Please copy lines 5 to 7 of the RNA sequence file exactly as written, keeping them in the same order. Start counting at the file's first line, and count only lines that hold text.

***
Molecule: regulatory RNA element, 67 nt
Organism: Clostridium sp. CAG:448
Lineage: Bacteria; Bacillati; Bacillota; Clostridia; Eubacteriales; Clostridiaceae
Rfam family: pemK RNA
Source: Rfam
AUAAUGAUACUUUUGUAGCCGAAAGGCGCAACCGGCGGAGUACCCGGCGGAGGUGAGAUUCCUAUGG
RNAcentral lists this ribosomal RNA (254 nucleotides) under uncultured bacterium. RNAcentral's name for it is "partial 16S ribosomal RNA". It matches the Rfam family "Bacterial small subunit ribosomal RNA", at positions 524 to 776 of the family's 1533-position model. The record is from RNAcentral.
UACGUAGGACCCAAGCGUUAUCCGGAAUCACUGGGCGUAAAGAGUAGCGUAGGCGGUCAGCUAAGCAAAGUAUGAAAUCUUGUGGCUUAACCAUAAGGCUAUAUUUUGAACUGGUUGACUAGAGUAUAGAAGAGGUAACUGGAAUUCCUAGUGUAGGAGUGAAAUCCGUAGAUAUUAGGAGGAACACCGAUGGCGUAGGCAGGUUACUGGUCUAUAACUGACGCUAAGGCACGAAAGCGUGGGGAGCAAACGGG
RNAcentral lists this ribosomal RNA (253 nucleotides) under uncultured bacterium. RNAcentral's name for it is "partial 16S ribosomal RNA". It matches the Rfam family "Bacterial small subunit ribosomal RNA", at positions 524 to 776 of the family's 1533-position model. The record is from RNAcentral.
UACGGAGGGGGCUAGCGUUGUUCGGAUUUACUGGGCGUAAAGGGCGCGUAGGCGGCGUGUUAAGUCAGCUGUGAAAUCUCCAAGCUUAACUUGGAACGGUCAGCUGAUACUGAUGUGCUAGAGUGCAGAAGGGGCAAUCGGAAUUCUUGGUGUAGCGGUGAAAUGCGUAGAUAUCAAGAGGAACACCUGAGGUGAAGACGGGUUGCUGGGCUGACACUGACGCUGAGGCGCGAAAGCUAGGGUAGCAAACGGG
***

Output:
Source: Rfam
AUAAUGAUACUUUUGUAGCCGAAAGGCGCAACCGGCGGAGUACCCGGCGGAGGUGAGAUUCCUAUGG
RNAcentral lists this ribosomal RNA (254 nucleotides) under uncultured bacterium. RNAcentral's name for it is "partial 16S ribosomal RNA". It matches the Rfam family "Bacterial small subunit ribosomal RNA", at positions 524 to 776 of the family's 1533-position model. The record is from RNAcentral.